I learnt that when you are tired of the Tokyo busy city life, here in Japan you absolutely need no car and can just hop on the first train that you see and get off at the stop that attracted your attention the most ahah I was, indeed, a bit tired of always going to Tokyo and changing three times every time so I decided to visit a nearby city called Odawara. I researched a bit online what to visit near Tokyo and this name popped up, so excited to explore new places, I decided to go and I got to know a very beautiful natural area just 2 hours away from one of the biggest and densely populated cities in the world.
Odawara – 小田原
Surprisingly Odawara is a very cute city located near the sea and has a quite important and long history behind. Many tourists tend to skip Odawara and move on to Hakone, famous for its beautiful Onsen, but I would recommend you to stop here for a short visit and enjoy its small but beautiful castle.
Odawara, just like Kamakura since they are located very near each other, was – and still is nowadays as we can see from the Tokaido Shinkansen passing through here – in a very strategic position: sandwiched between the mountainous area of Hakone and the Sagami Bay.
Odawara was always used as a base by many important Japanese warrior clans for being a passageway between Tokyo and Kyoto thus they have built here a castle that assured its feudal lords complete control over the Tokaido road.
It was also loved by the wealthy people and literate for its unique beauty. It is, after all, surrounded by a lush nature and a clean sea, which did not change nowadays. People still come here and dive to come into contact with the marine flora.
Odawara Castle – 小田原城
Odawara is rather a small city and the most important landmarks are all gathered in a specific part of the city, which is to say near the sea. Obviously, the most important and known city’s landmark is the castle, which unfortunately was destroyed during the Meiji restoration (this time not by bombs) and rebuilt atop of a hill last century.
The castle is located in a big park whose entrance is pretty scenic: a long and red bridge across a large pond leading to the castle’s ground. It is a very Japanese experience ahah Among the castles I have seen in Japan, this one is the smallest but yet, it is very beautiful and extremely photogenic.
The entrance is very cheap and it is very interesting to see the castle from inside and getting to know better its history, always if you can understand Japanese. I learn Japanese but hell no, this was too much for me. Too many kanji – Chinese characters – were in my way of understanding so the only thing I could figure out was that throughout the time the castle was owned by different clans. There are also some Katana – Japanese swords – and Samurai armor showcased there.
Make sure to climb until the top because up there the view is really breathtaking. It is a complete different image of Japan: no a concrete jungle and crowded places but just much nature, sinuous cliffs falling into the water and the shining blue of the sea under the warm sun. After visiting the castle, do not miss the nice shrine complex and have a stroll in the park.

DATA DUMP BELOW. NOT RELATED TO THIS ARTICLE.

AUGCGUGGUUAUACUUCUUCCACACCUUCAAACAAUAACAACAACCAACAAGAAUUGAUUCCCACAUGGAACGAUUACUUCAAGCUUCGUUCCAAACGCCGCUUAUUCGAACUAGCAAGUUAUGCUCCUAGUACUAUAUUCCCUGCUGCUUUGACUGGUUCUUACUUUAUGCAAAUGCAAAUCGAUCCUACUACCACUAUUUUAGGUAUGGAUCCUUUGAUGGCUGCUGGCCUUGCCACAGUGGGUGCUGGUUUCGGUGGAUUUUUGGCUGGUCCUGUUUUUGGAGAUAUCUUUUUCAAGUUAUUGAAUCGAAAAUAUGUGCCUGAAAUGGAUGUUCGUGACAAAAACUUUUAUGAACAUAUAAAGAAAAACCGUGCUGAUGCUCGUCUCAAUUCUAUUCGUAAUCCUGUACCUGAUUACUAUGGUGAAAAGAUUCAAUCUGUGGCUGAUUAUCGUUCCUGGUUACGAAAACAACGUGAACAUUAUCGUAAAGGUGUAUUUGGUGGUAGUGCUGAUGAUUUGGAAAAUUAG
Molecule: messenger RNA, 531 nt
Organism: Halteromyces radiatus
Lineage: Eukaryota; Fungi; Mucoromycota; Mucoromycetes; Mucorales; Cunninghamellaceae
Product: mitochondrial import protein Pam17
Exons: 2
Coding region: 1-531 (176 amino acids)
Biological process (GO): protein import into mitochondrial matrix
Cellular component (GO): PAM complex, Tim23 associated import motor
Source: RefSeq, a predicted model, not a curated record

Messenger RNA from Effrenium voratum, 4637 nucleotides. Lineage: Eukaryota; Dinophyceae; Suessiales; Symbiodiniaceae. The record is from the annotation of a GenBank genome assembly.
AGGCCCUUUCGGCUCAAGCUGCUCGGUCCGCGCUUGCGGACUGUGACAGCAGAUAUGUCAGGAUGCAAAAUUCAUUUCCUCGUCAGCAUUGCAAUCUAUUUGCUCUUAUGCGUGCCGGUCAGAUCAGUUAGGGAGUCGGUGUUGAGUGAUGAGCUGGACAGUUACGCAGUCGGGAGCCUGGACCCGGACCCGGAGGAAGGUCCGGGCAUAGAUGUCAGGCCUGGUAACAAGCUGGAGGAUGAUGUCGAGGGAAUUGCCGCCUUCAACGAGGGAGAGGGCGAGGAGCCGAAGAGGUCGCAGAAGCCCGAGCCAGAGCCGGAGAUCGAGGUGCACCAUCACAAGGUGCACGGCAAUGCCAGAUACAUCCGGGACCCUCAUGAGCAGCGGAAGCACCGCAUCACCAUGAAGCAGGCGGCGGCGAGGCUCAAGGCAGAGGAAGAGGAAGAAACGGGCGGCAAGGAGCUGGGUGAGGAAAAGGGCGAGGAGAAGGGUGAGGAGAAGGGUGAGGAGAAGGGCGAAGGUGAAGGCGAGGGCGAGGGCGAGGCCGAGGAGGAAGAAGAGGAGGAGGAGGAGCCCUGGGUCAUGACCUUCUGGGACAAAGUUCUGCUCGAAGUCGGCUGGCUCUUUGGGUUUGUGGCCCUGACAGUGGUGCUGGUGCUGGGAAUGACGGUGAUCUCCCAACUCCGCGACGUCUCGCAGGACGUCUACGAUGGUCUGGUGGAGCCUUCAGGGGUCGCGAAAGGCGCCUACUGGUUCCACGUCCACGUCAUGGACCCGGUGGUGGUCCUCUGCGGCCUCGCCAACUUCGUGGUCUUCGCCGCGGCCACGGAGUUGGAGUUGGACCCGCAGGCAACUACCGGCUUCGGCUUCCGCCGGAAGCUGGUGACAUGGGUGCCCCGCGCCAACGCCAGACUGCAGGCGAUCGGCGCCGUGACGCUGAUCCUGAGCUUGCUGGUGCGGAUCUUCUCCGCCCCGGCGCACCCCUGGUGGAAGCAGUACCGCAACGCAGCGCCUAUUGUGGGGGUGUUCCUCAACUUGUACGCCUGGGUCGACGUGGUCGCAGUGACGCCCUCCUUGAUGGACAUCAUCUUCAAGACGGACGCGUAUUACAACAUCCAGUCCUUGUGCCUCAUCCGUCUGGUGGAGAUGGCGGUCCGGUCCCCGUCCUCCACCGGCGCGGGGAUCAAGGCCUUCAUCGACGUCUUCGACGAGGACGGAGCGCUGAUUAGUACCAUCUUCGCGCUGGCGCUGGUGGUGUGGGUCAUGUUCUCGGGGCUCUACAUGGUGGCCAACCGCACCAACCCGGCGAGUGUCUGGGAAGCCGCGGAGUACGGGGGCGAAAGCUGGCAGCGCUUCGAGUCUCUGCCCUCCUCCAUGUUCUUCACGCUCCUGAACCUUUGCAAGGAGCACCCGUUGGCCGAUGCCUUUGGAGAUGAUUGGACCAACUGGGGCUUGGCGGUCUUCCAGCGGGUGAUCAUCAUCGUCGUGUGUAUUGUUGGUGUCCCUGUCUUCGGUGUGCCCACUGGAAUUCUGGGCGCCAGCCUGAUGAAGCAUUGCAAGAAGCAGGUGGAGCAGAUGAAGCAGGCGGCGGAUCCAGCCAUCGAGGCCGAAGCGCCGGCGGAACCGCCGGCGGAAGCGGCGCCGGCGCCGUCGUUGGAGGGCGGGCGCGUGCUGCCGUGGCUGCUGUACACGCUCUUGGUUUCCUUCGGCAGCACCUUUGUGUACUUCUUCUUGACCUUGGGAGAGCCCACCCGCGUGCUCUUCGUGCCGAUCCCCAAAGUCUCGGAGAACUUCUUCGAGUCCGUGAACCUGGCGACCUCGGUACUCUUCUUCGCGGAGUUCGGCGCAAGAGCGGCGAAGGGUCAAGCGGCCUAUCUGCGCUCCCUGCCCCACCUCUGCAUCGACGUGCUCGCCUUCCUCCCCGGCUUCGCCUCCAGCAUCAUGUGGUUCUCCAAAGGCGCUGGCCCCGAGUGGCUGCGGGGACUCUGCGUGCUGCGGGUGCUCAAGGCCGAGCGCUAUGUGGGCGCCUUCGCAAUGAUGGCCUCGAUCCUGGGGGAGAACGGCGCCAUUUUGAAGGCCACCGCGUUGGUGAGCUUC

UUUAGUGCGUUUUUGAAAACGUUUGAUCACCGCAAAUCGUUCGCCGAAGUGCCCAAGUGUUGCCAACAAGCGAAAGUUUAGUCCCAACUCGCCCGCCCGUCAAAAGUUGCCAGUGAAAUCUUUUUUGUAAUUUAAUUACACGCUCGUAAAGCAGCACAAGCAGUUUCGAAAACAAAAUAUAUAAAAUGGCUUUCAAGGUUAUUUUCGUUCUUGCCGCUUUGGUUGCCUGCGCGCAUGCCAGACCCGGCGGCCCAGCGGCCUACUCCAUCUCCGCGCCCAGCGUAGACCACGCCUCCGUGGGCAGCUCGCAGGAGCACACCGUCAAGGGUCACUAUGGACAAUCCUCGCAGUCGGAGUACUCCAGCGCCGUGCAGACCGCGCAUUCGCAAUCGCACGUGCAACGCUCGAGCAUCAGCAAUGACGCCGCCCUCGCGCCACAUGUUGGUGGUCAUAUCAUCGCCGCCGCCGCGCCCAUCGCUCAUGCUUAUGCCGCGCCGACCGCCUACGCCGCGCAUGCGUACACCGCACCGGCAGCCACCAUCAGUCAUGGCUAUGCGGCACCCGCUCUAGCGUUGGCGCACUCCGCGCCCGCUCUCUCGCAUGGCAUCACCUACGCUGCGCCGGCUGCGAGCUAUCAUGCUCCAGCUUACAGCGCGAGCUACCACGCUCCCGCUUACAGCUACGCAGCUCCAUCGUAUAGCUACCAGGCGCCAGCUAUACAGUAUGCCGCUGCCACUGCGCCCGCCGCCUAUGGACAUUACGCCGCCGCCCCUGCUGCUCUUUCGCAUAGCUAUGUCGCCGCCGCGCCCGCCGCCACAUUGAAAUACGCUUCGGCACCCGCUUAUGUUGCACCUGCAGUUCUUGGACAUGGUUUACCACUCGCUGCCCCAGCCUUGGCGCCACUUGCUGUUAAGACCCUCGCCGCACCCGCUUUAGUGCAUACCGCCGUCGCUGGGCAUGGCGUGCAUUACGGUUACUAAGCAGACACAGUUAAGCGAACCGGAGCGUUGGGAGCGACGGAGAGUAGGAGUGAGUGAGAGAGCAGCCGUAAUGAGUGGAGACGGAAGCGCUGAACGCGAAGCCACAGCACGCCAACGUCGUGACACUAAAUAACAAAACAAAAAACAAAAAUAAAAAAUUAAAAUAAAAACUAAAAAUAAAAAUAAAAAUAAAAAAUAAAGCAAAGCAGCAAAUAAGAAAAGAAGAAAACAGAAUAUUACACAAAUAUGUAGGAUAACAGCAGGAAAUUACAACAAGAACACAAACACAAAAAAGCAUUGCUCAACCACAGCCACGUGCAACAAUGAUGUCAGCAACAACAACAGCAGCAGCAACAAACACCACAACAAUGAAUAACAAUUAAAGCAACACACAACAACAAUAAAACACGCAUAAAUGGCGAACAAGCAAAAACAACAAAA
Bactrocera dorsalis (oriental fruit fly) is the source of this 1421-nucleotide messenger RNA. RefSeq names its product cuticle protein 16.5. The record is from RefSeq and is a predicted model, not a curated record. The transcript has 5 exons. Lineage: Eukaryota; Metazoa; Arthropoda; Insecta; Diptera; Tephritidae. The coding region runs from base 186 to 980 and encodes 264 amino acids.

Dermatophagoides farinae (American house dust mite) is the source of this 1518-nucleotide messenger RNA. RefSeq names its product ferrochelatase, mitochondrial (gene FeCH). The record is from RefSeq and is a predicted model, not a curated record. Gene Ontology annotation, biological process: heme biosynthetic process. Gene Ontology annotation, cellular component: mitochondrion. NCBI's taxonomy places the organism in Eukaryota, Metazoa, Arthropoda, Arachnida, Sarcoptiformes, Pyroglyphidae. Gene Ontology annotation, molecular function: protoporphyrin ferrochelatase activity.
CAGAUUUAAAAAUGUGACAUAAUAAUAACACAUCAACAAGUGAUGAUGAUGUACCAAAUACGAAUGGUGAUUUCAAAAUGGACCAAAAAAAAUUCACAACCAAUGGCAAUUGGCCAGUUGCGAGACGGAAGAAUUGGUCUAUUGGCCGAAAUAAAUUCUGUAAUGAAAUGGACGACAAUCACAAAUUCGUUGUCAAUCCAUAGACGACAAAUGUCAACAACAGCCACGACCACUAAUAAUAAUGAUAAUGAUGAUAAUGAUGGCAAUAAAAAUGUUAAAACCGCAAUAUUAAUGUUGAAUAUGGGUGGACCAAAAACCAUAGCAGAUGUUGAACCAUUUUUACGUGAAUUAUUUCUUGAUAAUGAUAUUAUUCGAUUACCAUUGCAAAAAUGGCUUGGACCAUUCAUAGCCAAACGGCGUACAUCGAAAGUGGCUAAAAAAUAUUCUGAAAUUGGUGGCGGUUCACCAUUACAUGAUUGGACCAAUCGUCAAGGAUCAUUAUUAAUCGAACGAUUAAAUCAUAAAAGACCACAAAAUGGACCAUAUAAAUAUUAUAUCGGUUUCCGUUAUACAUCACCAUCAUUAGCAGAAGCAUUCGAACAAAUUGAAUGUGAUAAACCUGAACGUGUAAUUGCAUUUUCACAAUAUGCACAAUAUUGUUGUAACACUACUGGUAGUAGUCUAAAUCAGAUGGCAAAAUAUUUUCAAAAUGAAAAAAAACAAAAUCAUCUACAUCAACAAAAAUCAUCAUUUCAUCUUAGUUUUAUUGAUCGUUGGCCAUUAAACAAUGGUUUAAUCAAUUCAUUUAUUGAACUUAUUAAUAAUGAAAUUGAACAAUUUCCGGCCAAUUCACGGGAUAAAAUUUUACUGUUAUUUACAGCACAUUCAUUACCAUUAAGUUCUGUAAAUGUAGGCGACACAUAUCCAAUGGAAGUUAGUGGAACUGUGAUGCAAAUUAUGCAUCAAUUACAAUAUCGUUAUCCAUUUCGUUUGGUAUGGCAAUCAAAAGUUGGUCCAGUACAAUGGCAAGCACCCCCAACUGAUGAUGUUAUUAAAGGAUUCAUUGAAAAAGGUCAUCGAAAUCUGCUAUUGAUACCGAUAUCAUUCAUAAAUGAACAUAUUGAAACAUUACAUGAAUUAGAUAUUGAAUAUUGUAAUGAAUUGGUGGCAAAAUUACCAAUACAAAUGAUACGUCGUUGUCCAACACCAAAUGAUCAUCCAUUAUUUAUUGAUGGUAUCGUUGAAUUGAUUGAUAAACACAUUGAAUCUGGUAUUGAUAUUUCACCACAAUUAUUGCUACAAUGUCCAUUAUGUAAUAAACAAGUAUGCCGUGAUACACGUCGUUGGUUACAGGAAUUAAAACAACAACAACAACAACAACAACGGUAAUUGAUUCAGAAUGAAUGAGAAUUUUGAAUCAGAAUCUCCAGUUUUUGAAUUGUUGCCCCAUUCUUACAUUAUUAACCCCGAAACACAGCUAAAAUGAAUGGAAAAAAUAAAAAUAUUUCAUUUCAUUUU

Odawara Beach – 小田原御幸の浜
Yesh, Japan also has beaches and clean sea, it is not that Fukushima polluted everywhere. After all Japan is an island country, sea has always played an important role in their economy and history. I do not actually know if sea is as popular in Japan as it is in western world, though.
When I went to Odawara, it was already middle September so I guess the bathing season had already ended and Japanese would not go to the beach and bathe. I just saw some people strolling on the beach and one old very tanned man that had just bathed, the only one that had the courage ahah
My Japanese friend told me that the water here is not that good but to me it did not look extremely dirty or polluted, it is just that the beach was located next to the highway so it was not the best place to lie down and sunbathe, right? A funny fact is that it is known that Japan, besides being the land of the rising sun, is also the land of disasters ahah they have so many natural disasters, among them eruptions, earthquakes and the notorious tsunami. The word itself comes from the Japanese language meaning “harbour wave”. If you happen to go to a beach in Japan, you will always find a warning sign saying: “beware of Tsunami”!
In proximity of the beach there are also a lot of minor Buddhist temples. As temple/shrine-addicted, I had to stop and take some photos. Also, as I said, Odawara was quite important in the past so throughout the city you will come across some old Japanese mansions used by rich people. I guess they are mere reproduction but they still hold a certain ancient aura.
So please do not just stop in Tokyo but also try to explore some other places, very near and easy to access thanks to the efficient japanese train system. You will also experience the real Japanese life and culture.